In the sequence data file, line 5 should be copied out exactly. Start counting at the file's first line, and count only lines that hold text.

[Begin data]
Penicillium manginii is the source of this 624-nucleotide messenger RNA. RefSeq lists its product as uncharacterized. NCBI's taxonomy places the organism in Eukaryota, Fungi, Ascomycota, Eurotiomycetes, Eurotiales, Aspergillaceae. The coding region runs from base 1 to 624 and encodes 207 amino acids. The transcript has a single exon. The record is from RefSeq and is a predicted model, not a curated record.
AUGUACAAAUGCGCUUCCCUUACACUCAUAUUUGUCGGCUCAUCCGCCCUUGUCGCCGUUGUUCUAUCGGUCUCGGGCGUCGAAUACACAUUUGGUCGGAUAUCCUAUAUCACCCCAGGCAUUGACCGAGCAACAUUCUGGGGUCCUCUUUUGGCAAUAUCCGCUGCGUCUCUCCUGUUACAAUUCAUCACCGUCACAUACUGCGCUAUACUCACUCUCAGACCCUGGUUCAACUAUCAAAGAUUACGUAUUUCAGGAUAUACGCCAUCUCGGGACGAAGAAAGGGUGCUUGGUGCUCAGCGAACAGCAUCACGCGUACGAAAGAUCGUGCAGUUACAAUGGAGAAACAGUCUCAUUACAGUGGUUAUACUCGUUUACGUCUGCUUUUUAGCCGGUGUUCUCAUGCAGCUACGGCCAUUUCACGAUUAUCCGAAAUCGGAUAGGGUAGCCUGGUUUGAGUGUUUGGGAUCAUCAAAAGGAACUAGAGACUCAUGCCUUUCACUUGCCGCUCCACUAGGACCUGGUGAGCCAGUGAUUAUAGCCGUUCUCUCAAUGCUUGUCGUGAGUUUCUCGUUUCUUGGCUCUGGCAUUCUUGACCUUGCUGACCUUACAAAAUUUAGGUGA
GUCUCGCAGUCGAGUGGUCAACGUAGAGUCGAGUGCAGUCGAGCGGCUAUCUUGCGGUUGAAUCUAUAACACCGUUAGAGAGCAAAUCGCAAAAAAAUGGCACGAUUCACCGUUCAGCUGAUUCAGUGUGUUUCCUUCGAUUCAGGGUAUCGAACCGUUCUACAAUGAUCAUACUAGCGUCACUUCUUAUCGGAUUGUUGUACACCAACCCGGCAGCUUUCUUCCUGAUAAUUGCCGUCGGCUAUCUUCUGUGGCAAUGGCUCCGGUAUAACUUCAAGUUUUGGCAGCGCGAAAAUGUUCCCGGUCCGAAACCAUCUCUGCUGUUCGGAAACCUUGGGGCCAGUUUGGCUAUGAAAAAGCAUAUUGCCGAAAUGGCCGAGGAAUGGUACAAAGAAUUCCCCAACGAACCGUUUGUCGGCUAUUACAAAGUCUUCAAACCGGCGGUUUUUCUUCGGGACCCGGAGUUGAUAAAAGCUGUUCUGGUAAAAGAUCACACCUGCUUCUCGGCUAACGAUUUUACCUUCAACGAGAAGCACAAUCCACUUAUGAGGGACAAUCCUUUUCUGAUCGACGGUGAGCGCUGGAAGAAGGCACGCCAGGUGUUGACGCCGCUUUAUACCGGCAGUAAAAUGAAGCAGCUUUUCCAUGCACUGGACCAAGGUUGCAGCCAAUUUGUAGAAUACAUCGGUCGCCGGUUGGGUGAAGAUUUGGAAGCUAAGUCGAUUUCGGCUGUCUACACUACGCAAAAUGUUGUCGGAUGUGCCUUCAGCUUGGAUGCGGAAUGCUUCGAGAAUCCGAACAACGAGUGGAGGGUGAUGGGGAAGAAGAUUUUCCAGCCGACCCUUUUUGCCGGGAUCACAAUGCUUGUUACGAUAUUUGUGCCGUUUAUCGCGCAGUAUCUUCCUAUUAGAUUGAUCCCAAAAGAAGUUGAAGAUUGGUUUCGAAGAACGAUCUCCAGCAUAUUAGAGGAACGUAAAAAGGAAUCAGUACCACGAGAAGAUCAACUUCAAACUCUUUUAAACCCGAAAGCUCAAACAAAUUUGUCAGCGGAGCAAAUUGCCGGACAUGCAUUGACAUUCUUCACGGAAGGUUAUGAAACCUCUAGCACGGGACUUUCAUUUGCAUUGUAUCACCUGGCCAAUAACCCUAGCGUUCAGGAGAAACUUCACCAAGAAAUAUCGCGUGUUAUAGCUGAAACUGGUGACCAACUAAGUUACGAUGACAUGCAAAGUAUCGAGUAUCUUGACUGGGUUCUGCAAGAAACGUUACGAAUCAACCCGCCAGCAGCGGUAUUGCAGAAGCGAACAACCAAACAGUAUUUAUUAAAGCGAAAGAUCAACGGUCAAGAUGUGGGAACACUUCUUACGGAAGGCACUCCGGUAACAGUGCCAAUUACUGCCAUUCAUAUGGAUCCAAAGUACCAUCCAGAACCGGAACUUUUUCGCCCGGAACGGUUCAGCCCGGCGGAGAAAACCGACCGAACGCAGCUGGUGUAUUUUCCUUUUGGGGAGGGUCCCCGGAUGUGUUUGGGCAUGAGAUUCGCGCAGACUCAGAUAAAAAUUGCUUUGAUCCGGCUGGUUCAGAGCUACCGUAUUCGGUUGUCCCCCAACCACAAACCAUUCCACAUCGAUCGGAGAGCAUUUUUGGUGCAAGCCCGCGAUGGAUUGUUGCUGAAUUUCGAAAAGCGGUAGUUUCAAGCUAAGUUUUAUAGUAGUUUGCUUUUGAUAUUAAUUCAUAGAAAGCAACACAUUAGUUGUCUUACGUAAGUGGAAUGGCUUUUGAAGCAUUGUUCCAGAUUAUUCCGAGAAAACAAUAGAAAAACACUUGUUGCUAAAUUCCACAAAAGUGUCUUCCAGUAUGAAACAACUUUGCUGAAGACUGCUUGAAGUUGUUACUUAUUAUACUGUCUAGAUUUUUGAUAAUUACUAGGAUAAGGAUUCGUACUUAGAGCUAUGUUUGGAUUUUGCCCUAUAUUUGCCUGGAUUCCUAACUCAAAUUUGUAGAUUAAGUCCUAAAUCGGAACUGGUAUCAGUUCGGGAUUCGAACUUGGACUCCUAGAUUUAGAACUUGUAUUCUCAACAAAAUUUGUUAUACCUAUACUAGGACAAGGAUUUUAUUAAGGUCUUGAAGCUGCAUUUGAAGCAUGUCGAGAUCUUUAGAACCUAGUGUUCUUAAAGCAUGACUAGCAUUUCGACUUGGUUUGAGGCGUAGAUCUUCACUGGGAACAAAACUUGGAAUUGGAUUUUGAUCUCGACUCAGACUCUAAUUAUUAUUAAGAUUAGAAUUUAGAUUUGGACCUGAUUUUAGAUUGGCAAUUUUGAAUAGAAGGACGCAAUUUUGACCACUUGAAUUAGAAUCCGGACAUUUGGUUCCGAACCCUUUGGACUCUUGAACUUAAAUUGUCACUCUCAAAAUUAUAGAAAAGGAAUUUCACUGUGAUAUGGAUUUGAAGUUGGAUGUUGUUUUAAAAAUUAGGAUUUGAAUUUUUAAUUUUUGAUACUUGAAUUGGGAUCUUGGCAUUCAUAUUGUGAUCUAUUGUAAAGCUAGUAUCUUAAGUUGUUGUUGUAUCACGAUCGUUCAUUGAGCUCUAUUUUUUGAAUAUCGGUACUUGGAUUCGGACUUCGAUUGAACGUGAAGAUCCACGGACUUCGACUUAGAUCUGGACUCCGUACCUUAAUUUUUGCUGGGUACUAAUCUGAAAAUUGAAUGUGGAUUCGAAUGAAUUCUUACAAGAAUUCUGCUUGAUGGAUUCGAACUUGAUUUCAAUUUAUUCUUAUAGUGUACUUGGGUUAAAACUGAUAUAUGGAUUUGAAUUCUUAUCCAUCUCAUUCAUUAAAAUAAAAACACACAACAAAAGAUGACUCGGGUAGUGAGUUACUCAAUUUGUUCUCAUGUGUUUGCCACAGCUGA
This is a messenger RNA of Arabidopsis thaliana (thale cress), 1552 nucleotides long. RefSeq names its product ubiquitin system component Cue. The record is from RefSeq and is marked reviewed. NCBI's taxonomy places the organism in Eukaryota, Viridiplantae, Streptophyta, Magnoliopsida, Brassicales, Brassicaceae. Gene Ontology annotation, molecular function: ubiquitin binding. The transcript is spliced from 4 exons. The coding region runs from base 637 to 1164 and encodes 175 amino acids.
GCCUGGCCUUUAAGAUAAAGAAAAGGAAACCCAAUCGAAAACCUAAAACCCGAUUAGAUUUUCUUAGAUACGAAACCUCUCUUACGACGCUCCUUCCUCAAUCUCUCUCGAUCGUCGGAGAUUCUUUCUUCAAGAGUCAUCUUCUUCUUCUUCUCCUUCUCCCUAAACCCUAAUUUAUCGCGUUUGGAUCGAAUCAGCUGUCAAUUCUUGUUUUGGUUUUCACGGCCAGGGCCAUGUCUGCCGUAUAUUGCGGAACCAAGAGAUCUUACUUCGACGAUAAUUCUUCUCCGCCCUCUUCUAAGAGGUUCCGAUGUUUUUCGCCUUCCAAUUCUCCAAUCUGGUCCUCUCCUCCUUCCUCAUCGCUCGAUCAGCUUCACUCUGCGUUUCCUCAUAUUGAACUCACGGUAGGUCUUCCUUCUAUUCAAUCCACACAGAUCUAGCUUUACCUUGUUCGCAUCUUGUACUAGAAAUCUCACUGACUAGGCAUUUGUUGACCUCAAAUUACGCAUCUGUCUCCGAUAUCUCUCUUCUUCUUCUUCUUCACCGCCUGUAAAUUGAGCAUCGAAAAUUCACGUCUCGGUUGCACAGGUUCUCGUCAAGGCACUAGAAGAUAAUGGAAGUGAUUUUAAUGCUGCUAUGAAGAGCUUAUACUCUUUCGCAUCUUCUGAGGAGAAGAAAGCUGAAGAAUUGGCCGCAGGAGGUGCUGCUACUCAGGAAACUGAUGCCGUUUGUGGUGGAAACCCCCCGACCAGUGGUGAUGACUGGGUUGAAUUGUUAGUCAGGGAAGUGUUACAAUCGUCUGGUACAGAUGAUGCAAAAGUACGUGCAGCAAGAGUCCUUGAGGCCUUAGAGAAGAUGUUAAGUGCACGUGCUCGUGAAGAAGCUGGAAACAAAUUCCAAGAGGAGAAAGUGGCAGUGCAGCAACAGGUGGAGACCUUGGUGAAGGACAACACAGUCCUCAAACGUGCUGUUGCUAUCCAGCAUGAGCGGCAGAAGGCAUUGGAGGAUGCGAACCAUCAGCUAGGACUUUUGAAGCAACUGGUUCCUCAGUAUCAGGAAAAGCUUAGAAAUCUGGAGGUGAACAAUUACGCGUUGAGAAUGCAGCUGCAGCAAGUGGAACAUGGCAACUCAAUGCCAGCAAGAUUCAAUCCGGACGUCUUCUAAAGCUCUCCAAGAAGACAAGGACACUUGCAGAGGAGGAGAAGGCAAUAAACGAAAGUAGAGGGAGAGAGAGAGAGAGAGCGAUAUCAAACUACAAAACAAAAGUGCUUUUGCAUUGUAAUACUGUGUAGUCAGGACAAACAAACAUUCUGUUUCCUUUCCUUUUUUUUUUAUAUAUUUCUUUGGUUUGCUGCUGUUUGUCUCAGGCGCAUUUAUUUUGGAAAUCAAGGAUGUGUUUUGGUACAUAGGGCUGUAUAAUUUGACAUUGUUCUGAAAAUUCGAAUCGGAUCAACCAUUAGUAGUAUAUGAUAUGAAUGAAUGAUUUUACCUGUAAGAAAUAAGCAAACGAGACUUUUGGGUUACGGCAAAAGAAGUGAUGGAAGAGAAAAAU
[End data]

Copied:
GCCUGGCCUUUAAGAUAAAGAAAAGGAAACCCAAUCGAAAACCUAAAACCCGAUUAGAUUUUCUUAGAUACGAAACCUCUCUUACGACGCUCCUUCCUCAAUCUCUCUCGAUCGUCGGAGAUUCUUUCUUCAAGAGUCAUCUUCUUCUUCUUCUCCUUCUCCCUAAACCCUAAUUUAUCGCGUUUGGAUCGAAUCAGCUGUCAAUUCUUGUUUUGGUUUUCACGGCCAGGGCCAUGUCUGCCGUAUAUUGCGGAACCAAGAGAUCUUACUUCGACGAUAAUUCUUCUCCGCCCUCUUCUAAGAGGUUCCGAUGUUUUUCGCCUUCCAAUUCUCCAAUCUGGUCCUCUCCUCCUUCCUCAUCGCUCGAUCAGCUUCACUCUGCGUUUCCUCAUAUUGAACUCACGGUAGGUCUUCCUUCUAUUCAAUCCACACAGAUCUAGCUUUACCUUGUUCGCAUCUUGUACUAGAAAUCUCACUGACUAGGCAUUUGUUGACCUCAAAUUACGCAUCUGUCUCCGAUAUCUCUCUUCUUCUUCUUCUUCACCGCCUGUAAAUUGAGCAUCGAAAAUUCACGUCUCGGUUGCACAGGUUCUCGUCAAGGCACUAGAAGAUAAUGGAAGUGAUUUUAAUGCUGCUAUGAAGAGCUUAUACUCUUUCGCAUCUUCUGAGGAGAAGAAAGCUGAAGAAUUGGCCGCAGGAGGUGCUGCUACUCAGGAAACUGAUGCCGUUUGUGGUGGAAACCCCCCGACCAGUGGUGAUGACUGGGUUGAAUUGUUAGUCAGGGAAGUGUUACAAUCGUCUGGUACAGAUGAUGCAAAAGUACGUGCAGCAAGAGUCCUUGAGGCCUUAGAGAAGAUGUUAAGUGCACGUGCUCGUGAAGAAGCUGGAAACAAAUUCCAAGAGGAGAAAGUGGCAGUGCAGCAACAGGUGGAGACCUUGGUGAAGGACAACACAGUCCUCAAACGUGCUGUUGCUAUCCAGCAUGAGCGGCAGAAGGCAUUGGAGGAUGCGAACCAUCAGCUAGGACUUUUGAAGCAACUGGUUCCUCAGUAUCAGGAAAAGCUUAGAAAUCUGGAGGUGAACAAUUACGCGUUGAGAAUGCAGCUGCAGCAAGUGGAACAUGGCAACUCAAUGCCAGCAAGAUUCAAUCCGGACGUCUUCUAAAGCUCUCCAAGAAGACAAGGACACUUGCAGAGGAGGAGAAGGCAAUAAACGAAAGUAGAGGGAGAGAGAGAGAGAGAGCGAUAUCAAACUACAAAACAAAAGUGCUUUUGCAUUGUAAUACUGUGUAGUCAGGACAAACAAACAUUCUGUUUCCUUUCCUUUUUUUUUUAUAUAUUUCUUUGGUUUGCUGCUGUUUGUCUCAGGCGCAUUUAUUUUGGAAAUCAAGGAUGUGUUUUGGUACAUAGGGCUGUAUAAUUUGACAUUGUUCUGAAAAUUCGAAUCGGAUCAACCAUUAGUAGUAUAUGAUAUGAAUGAAUGAUUUUACCUGUAAGAAAUAAGCAAACGAGACUUUUGGGUUACGGCAAAAGAAGUGAUGGAAGAGAAAAAU